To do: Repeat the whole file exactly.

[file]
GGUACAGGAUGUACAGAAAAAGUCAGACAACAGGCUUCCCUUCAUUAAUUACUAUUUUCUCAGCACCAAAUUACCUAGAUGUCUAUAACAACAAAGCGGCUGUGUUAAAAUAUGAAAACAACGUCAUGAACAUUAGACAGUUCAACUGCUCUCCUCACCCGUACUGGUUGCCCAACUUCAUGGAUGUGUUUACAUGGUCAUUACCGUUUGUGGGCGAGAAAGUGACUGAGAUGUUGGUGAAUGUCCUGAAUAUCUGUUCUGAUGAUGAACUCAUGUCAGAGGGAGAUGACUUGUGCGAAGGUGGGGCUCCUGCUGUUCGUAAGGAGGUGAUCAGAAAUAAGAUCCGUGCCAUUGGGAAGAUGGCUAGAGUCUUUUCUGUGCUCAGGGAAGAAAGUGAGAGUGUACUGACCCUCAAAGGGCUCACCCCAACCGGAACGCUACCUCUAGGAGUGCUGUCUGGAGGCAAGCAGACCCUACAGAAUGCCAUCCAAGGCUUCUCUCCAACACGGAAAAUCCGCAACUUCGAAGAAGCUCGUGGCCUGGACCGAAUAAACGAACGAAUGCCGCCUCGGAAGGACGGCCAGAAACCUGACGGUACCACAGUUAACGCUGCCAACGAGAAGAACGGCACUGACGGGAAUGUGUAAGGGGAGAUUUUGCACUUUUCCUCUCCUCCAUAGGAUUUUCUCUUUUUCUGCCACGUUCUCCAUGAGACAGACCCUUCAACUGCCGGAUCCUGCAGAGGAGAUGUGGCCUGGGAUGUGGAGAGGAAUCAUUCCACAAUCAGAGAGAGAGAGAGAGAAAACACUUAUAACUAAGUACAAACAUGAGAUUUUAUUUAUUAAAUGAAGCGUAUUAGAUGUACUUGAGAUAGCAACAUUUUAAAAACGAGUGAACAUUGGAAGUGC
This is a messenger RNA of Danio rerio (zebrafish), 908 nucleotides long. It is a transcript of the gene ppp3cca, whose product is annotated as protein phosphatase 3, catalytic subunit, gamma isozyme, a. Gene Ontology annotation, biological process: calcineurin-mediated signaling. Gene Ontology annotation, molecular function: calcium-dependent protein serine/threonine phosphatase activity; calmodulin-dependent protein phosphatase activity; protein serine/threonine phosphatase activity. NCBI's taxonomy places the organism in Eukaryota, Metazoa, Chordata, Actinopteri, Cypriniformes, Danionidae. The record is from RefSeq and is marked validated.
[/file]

GGUACAGGAUGUACAGAAAAAGUCAGACAACAGGCUUCCCUUCAUUAAUUACUAUUUUCUCAGCACCAAAUUACCUAGAUGUCUAUAACAACAAAGCGGCUGUGUUAAAAUAUGAAAACAACGUCAUGAACAUUAGACAGUUCAACUGCUCUCCUCACCCGUACUGGUUGCCCAACUUCAUGGAUGUGUUUACAUGGUCAUUACCGUUUGUGGGCGAGAAAGUGACUGAGAUGUUGGUGAAUGUCCUGAAUAUCUGUUCUGAUGAUGAACUCAUGUCAGAGGGAGAUGACUUGUGCGAAGGUGGGGCUCCUGCUGUUCGUAAGGAGGUGAUCAGAAAUAAGAUCCGUGCCAUUGGGAAGAUGGCUAGAGUCUUUUCUGUGCUCAGGGAAGAAAGUGAGAGUGUACUGACCCUCAAAGGGCUCACCCCAACCGGAACGCUACCUCUAGGAGUGCUGUCUGGAGGCAAGCAGACCCUACAGAAUGCCAUCCAAGGCUUCUCUCCAACACGGAAAAUCCGCAACUUCGAAGAAGCUCGUGGCCUGGACCGAAUAAACGAACGAAUGCCGCCUCGGAAGGACGGCCAGAAACCUGACGGUACCACAGUUAACGCUGCCAACGAGAAGAACGGCACUGACGGGAAUGUGUAAGGGGAGAUUUUGCACUUUUCCUCUCCUCCAUAGGAUUUUCUCUUUUUCUGCCACGUUCUCCAUGAGACAGACCCUUCAACUGCCGGAUCCUGCAGAGGAGAUGUGGCCUGGGAUGUGGAGAGGAAUCAUUCCACAAUCAGAGAGAGAGAGAGAGAAAACACUUAUAACUAAGUACAAACAUGAGAUUUUAUUUAUUAAAUGAAGCGUAUUAGAUGUACUUGAGAUAGCAACAUUUUAAAAACGAGUGAACAUUGGAAGUGC
This is a messenger RNA of Danio rerio (zebrafish), 908 nucleotides long. It is a transcript of the gene ppp3cca, whose product is annotated as protein phosphatase 3, catalytic subunit, gamma isozyme, a. Gene Ontology annotation, biological process: calcineurin-mediated signaling. Gene Ontology annotation, molecular function: calcium-dependent protein serine/threonine phosphatase activity; calmodulin-dependent protein phosphatase activity; protein serine/threonine phosphatase activity. NCBI's taxonomy places the organism in Eukaryota, Metazoa, Chordata, Actinopteri, Cypriniformes, Danionidae. The record is from RefSeq and is marked validated.